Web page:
In an attempt to improve environmental governance of Sumatra’s once-extensive tropical forests, a publicly accessible Web site  showing detailed maps of widespread deforestation on the Indonesian island over the past few decades has just been launched. Scientists, government officials, and anyone else can log on to view the maps of the diminishing rainforest, which houses a diversity of tropical wildlife, including tigers, elephants, and orangutans.
The lack of free and easy access to reliable maps of Sumatran forests has limited Indonesia's efforts to protect its natural heritage, according to David Gaveau, a landscape ecologist based at the University of Kent in the United Kingdom, who designed the site. “Maps of tropical deforestation are generally not available outside of the scientific community and government agencies,” says Gaveau. “Well-informed public opinions oblige governments and corporations to take actions against illegal activities they may engage with, for example, illegal logging.”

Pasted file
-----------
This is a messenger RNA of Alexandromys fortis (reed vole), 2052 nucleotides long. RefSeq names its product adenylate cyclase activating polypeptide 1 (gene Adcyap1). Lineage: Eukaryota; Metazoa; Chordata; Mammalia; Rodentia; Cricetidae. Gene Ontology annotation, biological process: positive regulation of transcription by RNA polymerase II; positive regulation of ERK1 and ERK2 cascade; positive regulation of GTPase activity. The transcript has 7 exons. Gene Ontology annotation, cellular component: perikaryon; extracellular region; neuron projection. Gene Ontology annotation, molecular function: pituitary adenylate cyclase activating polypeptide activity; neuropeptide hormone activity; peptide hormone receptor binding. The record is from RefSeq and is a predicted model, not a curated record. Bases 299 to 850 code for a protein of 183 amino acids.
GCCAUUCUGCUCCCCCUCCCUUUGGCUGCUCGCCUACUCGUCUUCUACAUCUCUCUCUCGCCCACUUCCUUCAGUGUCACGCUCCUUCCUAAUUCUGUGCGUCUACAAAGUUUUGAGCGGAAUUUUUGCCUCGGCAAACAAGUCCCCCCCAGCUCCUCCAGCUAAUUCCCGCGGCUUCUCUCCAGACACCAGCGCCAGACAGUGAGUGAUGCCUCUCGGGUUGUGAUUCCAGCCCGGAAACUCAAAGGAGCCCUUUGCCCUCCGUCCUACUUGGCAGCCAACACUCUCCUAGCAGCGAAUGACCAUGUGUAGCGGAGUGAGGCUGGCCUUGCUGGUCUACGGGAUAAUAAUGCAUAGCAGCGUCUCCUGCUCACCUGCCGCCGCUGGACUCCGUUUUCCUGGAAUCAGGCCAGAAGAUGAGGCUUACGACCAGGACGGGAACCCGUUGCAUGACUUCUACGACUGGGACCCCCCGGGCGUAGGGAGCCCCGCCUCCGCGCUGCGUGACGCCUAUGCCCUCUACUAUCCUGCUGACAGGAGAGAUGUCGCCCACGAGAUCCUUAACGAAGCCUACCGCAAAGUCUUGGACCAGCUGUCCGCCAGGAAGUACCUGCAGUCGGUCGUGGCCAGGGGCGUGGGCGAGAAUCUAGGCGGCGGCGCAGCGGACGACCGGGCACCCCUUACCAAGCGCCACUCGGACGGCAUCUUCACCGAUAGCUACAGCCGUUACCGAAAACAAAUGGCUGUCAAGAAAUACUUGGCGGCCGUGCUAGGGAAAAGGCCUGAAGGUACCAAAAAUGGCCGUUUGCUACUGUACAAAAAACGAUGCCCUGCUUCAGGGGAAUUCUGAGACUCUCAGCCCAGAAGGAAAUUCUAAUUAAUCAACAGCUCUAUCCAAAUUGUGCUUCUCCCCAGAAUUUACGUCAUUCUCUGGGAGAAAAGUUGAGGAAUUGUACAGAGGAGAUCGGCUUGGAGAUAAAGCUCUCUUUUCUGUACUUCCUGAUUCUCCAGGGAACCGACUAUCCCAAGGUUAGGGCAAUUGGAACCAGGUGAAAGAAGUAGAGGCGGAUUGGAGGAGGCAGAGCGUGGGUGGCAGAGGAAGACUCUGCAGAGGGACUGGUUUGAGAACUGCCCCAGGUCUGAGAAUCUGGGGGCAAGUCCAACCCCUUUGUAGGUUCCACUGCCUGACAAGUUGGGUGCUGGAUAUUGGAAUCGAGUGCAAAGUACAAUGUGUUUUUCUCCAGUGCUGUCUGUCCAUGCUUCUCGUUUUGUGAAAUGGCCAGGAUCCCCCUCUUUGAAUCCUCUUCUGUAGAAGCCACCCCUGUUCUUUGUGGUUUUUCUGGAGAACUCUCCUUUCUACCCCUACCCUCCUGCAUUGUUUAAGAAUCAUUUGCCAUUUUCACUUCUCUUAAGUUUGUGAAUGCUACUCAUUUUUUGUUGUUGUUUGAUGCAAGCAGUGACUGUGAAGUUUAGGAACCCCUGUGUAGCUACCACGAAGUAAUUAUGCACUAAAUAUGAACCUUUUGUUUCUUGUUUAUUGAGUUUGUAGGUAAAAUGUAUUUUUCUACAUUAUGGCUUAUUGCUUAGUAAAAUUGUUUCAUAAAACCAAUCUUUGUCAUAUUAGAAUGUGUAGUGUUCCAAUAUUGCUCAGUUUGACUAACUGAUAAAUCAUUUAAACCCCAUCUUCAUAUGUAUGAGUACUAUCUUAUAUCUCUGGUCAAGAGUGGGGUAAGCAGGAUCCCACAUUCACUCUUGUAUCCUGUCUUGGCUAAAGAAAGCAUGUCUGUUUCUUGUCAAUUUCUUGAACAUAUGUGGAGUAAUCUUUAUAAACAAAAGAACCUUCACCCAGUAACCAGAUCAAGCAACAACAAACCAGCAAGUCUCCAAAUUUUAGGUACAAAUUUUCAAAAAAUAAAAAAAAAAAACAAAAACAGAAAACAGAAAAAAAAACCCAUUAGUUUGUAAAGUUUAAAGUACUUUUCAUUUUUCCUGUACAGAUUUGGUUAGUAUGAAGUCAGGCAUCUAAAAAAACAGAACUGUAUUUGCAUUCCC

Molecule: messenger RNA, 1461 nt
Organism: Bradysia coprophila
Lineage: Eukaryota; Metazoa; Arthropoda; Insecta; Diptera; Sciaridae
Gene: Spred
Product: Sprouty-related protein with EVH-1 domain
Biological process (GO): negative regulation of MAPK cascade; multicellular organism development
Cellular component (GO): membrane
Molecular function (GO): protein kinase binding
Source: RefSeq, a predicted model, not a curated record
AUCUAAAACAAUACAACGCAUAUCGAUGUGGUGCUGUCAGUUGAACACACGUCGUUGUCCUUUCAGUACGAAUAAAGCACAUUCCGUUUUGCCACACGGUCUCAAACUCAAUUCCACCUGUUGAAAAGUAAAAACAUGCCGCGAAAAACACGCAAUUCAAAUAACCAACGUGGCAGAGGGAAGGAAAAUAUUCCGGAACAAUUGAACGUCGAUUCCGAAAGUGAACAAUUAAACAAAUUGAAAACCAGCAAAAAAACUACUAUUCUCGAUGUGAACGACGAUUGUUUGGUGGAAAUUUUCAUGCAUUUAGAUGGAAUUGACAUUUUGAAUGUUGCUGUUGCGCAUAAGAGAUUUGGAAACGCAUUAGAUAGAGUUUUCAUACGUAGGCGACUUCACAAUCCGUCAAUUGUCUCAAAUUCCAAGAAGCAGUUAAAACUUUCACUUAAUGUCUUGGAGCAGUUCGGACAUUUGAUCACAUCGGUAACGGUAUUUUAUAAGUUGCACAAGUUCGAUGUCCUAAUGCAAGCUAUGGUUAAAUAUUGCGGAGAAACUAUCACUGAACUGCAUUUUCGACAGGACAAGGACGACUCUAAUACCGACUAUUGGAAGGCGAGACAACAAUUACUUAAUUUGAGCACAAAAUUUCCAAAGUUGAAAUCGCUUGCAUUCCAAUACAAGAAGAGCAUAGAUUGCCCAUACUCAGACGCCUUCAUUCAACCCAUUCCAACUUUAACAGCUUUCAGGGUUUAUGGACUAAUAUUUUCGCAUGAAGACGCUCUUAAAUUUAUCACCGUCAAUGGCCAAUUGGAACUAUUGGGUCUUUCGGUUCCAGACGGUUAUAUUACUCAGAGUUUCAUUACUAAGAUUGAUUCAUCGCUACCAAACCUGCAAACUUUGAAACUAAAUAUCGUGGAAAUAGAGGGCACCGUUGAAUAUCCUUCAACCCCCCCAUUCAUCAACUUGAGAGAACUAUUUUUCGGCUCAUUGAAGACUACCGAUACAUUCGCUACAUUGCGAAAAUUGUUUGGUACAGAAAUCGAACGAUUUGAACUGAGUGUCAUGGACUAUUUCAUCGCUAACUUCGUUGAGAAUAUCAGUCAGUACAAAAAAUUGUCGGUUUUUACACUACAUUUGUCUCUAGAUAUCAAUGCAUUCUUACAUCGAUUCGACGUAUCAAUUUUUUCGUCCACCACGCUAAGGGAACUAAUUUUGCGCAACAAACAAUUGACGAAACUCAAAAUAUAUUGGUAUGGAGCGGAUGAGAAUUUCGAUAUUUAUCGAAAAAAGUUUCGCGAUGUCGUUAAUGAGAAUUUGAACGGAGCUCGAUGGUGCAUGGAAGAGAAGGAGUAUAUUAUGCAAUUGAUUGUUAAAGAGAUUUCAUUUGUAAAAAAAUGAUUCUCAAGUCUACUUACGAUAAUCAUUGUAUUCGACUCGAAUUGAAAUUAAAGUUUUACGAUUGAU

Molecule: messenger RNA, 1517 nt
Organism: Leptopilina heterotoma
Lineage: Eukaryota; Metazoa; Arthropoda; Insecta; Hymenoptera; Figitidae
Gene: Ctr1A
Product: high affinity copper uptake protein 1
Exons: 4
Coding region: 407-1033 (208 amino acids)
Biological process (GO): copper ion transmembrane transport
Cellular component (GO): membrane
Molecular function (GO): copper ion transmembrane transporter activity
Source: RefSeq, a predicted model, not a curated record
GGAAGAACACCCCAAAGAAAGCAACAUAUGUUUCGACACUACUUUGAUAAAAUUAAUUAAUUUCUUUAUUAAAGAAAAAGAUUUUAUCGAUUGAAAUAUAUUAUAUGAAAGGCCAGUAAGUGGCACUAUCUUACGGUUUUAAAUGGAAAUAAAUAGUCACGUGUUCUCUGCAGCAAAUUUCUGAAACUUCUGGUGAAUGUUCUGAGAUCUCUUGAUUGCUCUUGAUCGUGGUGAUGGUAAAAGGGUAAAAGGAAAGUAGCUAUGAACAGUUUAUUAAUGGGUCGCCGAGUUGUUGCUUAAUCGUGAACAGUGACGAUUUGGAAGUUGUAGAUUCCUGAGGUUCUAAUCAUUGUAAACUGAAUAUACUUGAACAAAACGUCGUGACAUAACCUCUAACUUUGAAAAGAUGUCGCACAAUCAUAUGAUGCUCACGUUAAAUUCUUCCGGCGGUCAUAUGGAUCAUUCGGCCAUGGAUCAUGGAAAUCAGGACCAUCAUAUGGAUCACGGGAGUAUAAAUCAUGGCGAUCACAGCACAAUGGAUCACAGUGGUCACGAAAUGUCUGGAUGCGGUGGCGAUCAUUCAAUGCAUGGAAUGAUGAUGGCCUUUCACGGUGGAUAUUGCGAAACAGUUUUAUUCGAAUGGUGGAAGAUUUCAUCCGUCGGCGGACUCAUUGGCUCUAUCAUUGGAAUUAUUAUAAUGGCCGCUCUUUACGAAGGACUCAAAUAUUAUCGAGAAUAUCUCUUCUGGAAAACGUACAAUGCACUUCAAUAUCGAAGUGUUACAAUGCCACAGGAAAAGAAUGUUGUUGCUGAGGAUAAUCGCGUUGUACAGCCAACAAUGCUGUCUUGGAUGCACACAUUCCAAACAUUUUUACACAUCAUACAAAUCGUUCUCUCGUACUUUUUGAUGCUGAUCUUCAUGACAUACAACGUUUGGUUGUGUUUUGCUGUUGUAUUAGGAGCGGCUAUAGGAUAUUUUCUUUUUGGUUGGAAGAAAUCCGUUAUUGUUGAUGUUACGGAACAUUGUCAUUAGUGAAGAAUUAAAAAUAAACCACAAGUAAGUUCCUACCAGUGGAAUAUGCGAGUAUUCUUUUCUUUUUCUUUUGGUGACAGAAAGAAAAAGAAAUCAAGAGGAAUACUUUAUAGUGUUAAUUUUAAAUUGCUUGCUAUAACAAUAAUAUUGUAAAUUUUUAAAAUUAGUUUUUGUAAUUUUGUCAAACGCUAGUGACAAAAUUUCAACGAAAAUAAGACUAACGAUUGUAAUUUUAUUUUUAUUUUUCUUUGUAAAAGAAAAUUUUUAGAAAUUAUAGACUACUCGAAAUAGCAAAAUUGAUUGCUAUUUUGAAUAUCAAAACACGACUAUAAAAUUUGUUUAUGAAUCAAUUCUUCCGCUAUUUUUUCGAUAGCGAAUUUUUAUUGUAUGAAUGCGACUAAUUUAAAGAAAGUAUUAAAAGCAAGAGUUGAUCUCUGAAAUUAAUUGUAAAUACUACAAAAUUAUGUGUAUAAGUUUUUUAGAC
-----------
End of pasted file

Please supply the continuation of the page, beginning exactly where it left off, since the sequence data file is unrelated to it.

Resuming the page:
The Web site uses Google Earth technology and satellite images to create interactive maps up to a scale of 1:150,000.